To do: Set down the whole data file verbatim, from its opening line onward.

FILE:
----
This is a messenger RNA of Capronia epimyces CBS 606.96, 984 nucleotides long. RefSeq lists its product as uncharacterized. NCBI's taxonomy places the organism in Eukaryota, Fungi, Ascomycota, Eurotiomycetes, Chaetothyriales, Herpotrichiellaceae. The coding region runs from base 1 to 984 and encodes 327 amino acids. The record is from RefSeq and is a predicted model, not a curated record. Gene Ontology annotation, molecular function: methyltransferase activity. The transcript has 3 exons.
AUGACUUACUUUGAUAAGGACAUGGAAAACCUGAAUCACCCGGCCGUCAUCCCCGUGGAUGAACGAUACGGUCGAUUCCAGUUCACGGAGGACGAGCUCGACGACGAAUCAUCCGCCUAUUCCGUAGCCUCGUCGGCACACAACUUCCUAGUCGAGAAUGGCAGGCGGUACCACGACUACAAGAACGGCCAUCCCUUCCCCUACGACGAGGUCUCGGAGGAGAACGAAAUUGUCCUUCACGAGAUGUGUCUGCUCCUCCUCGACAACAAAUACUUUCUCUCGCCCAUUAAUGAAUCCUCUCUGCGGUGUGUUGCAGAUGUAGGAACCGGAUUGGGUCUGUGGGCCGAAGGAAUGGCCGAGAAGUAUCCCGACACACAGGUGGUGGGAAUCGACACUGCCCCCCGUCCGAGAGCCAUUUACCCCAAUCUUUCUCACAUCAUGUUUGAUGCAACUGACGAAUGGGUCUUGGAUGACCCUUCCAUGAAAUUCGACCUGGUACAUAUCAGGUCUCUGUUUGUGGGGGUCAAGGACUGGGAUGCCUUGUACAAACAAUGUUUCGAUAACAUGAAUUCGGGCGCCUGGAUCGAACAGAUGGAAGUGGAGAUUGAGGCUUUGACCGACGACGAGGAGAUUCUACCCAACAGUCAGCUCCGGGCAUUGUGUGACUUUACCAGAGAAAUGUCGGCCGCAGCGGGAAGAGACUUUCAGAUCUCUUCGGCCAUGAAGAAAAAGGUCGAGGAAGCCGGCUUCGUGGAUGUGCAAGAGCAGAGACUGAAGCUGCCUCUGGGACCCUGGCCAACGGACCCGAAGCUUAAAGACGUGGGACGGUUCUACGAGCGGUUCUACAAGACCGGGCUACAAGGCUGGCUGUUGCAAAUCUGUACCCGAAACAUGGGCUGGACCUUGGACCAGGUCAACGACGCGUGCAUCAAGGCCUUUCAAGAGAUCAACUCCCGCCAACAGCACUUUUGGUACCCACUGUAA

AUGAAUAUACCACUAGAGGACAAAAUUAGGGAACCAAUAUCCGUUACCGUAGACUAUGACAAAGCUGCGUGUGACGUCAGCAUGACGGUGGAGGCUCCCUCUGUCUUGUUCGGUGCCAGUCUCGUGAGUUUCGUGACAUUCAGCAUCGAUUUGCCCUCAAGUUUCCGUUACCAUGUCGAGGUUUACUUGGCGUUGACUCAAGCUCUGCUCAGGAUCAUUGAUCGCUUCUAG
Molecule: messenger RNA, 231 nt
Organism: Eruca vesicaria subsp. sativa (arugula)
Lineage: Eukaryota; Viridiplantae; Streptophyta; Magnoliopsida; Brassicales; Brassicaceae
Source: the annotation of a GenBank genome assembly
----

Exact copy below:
This is a messenger RNA of Capronia epimyces CBS 606.96, 984 nucleotides long. RefSeq lists its product as uncharacterized. NCBI's taxonomy places the organism in Eukaryota, Fungi, Ascomycota, Eurotiomycetes, Chaetothyriales, Herpotrichiellaceae. The coding region runs from base 1 to 984 and encodes 327 amino acids. The record is from RefSeq and is a predicted model, not a curated record. Gene Ontology annotation, molecular function: methyltransferase activity. The transcript has 3 exons.
AUGACUUACUUUGAUAAGGACAUGGAAAACCUGAAUCACCCGGCCGUCAUCCCCGUGGAUGAACGAUACGGUCGAUUCCAGUUCACGGAGGACGAGCUCGACGACGAAUCAUCCGCCUAUUCCGUAGCCUCGUCGGCACACAACUUCCUAGUCGAGAAUGGCAGGCGGUACCACGACUACAAGAACGGCCAUCCCUUCCCCUACGACGAGGUCUCGGAGGAGAACGAAAUUGUCCUUCACGAGAUGUGUCUGCUCCUCCUCGACAACAAAUACUUUCUCUCGCCCAUUAAUGAAUCCUCUCUGCGGUGUGUUGCAGAUGUAGGAACCGGAUUGGGUCUGUGGGCCGAAGGAAUGGCCGAGAAGUAUCCCGACACACAGGUGGUGGGAAUCGACACUGCCCCCCGUCCGAGAGCCAUUUACCCCAAUCUUUCUCACAUCAUGUUUGAUGCAACUGACGAAUGGGUCUUGGAUGACCCUUCCAUGAAAUUCGACCUGGUACAUAUCAGGUCUCUGUUUGUGGGGGUCAAGGACUGGGAUGCCUUGUACAAACAAUGUUUCGAUAACAUGAAUUCGGGCGCCUGGAUCGAACAGAUGGAAGUGGAGAUUGAGGCUUUGACCGACGACGAGGAGAUUCUACCCAACAGUCAGCUCCGGGCAUUGUGUGACUUUACCAGAGAAAUGUCGGCCGCAGCGGGAAGAGACUUUCAGAUCUCUUCGGCCAUGAAGAAAAAGGUCGAGGAAGCCGGCUUCGUGGAUGUGCAAGAGCAGAGACUGAAGCUGCCUCUGGGACCCUGGCCAACGGACCCGAAGCUUAAAGACGUGGGACGGUUCUACGAGCGGUUCUACAAGACCGGGCUACAAGGCUGGCUGUUGCAAAUCUGUACCCGAAACAUGGGCUGGACCUUGGACCAGGUCAACGACGCGUGCAUCAAGGCCUUUCAAGAGAUCAACUCCCGCCAACAGCACUUUUGGUACCCACUGUAA

AUGAAUAUACCACUAGAGGACAAAAUUAGGGAACCAAUAUCCGUUACCGUAGACUAUGACAAAGCUGCGUGUGACGUCAGCAUGACGGUGGAGGCUCCCUCUGUCUUGUUCGGUGCCAGUCUCGUGAGUUUCGUGACAUUCAGCAUCGAUUUGCCCUCAAGUUUCCGUUACCAUGUCGAGGUUUACUUGGCGUUGACUCAAGCUCUGCUCAGGAUCAUUGAUCGCUUCUAG
Molecule: messenger RNA, 231 nt
Organism: Eruca vesicaria subsp. sativa (arugula)
Lineage: Eukaryota; Viridiplantae; Streptophyta; Magnoliopsida; Brassicales; Brassicaceae
Source: the annotation of a GenBank genome assembly